Chat service WhatsApp denies rumors of Google acquisition

by: Chris SmithApril 9, 2013


Earlier reports claimed that WhatsApp and Google are in acquisition talks, with the latter said to consider paying $1 billion for the popular mobile messaging application, but it looks like that’s not so.

Talking to AllThingsDigital, Neeraj Arora, WhatsApp’s “Business Guy” said that the his company is not “holding sales talks with Google” without sharing more details about any other potential purchase.

This isn’t the first time WhatsApp is rumored to sell, with previous reports – similarly shot down by the company – involving Facebook as a potential buyer for the service. Meanwhile, Facebook has further developed its Messenger app for mobile devices and has recently introduced the Chat Heads texting service as part of the Facebook Home Android user interface.

On its part, Google is apparently working on a unified messaging system of its own. Reportedly called Google Babel, the new app has been featured in a variety of rumors and leaks so far and should be announced in the near future.

WhatsApp is one of the most popular messaging app on smart mobile devices across operating systems (the app works with Android, iOS, Windows Phone, BlackBerry and Symbian), enjoying a growing user base. Unlike other similar applications, the app doesn’t require the user to create a new account to stay connected with friends. Instead, the app uses the user’s phone number to log in to send and receive messages.


In addition to SMS-like text messaging, the app also supports file transfers including images and videos. The text messages do not count towards users’ text plans with their wireless operator and do not incur additional costs, as long as they have an active data plan or access to a Wi-Fi network. This allows users to virtually send an unlimited number of text messages and recent WhatsApp statistics reveal that the application is getting more and more popular.

According to data from August 2012, WhatsApp handles 10 billion messages per day, up from two billion per day four months earlier. Comparatively, in October 2011, users exchanged over 1 billion messages per day. On New Year’s Eve 2012, the app handled 18 billion messages, which is the current record for WhatsApp.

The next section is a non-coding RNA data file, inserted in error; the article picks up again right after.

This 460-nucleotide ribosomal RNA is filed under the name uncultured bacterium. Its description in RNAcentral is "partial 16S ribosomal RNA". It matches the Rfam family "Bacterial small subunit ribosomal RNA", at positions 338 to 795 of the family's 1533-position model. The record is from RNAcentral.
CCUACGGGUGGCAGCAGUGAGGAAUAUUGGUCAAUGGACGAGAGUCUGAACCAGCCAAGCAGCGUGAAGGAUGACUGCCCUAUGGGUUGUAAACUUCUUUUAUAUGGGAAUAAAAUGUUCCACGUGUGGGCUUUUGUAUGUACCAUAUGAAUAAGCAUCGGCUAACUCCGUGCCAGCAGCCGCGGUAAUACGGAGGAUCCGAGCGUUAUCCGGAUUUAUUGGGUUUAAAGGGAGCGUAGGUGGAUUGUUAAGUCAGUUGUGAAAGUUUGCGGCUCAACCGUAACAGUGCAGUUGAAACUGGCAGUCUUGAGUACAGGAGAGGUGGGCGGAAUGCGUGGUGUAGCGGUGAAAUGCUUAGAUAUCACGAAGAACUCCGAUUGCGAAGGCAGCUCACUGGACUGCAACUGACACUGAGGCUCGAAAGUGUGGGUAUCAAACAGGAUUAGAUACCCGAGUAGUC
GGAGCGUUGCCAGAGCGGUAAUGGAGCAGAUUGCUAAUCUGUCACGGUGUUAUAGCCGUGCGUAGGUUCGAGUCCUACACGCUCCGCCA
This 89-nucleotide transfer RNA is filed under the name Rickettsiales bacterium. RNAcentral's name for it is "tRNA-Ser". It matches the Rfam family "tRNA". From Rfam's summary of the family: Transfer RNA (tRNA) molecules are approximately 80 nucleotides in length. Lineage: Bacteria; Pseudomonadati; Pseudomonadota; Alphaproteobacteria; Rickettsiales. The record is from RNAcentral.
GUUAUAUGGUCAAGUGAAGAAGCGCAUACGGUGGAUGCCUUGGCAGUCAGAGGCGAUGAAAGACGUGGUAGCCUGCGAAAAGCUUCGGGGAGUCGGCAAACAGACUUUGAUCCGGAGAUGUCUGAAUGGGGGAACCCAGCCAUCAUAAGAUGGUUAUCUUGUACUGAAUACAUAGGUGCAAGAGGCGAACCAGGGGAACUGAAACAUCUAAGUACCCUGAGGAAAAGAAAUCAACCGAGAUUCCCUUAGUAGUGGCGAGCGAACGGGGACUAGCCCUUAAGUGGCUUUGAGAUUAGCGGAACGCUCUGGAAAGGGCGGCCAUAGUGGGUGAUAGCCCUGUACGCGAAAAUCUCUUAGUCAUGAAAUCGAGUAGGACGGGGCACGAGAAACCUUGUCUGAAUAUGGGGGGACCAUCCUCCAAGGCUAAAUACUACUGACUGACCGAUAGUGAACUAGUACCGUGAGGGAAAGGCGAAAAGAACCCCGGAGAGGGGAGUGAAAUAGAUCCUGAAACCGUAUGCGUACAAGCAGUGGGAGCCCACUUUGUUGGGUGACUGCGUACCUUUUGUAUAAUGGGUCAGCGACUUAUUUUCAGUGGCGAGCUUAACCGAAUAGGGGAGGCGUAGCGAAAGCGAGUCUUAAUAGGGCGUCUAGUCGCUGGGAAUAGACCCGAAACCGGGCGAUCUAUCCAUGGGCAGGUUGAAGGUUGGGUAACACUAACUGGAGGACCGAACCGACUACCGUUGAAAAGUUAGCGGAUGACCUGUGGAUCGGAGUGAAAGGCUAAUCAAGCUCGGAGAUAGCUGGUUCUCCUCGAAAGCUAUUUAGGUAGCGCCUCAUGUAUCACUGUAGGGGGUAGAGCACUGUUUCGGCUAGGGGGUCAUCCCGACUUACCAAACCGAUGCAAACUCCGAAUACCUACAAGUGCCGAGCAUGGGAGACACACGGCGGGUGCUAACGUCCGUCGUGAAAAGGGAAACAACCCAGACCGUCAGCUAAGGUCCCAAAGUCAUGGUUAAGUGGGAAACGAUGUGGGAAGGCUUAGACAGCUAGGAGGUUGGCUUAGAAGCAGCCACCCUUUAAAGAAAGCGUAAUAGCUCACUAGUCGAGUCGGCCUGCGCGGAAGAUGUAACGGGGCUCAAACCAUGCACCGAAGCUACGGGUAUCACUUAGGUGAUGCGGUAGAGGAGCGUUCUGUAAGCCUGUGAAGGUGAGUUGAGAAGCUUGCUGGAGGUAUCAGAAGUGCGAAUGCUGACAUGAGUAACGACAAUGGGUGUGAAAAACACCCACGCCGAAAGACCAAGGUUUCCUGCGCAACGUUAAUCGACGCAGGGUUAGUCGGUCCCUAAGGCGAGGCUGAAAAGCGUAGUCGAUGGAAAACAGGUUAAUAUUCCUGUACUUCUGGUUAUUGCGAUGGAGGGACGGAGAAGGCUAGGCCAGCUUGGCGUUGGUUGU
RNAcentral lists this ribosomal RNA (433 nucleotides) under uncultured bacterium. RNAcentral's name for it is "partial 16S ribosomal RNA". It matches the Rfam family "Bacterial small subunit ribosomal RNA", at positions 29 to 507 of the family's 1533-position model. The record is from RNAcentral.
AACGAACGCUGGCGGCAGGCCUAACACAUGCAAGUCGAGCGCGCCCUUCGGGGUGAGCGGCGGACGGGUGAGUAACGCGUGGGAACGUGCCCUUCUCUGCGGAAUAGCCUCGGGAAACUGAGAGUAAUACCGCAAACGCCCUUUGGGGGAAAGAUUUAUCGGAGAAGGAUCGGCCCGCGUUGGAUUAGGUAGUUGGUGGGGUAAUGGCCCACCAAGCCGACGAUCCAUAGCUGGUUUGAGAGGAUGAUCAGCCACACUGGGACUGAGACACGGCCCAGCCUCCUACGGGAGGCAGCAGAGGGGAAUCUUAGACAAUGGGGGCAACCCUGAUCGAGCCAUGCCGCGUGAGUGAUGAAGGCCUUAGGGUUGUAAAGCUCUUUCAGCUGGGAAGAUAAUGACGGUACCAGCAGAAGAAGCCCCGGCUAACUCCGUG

WhatsApp costs $0.99 (either a one-time fee or a yearly subscription depending on operating system) but can also be downloaded free of charge (again, depending on mobile OS).

Are you using WhatsApp already or do you rely on a different messaging application?

  • google got talk and babel now, why would they invest into something “hip” than whatsapp if you got your own quite strong chatservices? Im using IMO myself, I like it since it’s free and handles alot of clients, still offering media upload to ALL of them! I don’t got many people on Whatsapp and those I got there, I still did add somewhere esle, so I’m not in need of that program (which I’m actually happy about).

    • with babel and gtalk you’re most likely limited to talk to android users only, whatsapp is way more famous, I don’t have any friend that uses gtalk in iOS, I don’t even think there’s a gtalk app for iOS o.o

    • companyemails

      Babel is replacing GTalk and Android Messenger. It will also quite likely be available for IOS devices as well.

  • well i hope this undone deal will bite whatsapp in the butt

  • I’m not paying them a dollar. I’m sure a ton of kids that don’t have credit cards will buzz off just the same. I hope Google buys it so they can make it a free service. It would be a shame to die out but that’s what’s gonna start to happen in about 6 months time.

  • johnnyttoxic

    Does anyone use Google Voice for text messaging? I wish they’d make that existing tech more robust…

    • companyemails

      I do. I love how you can use it across all your Android devices as well as on chrome on any platform. It is a bit bare bones for texting though.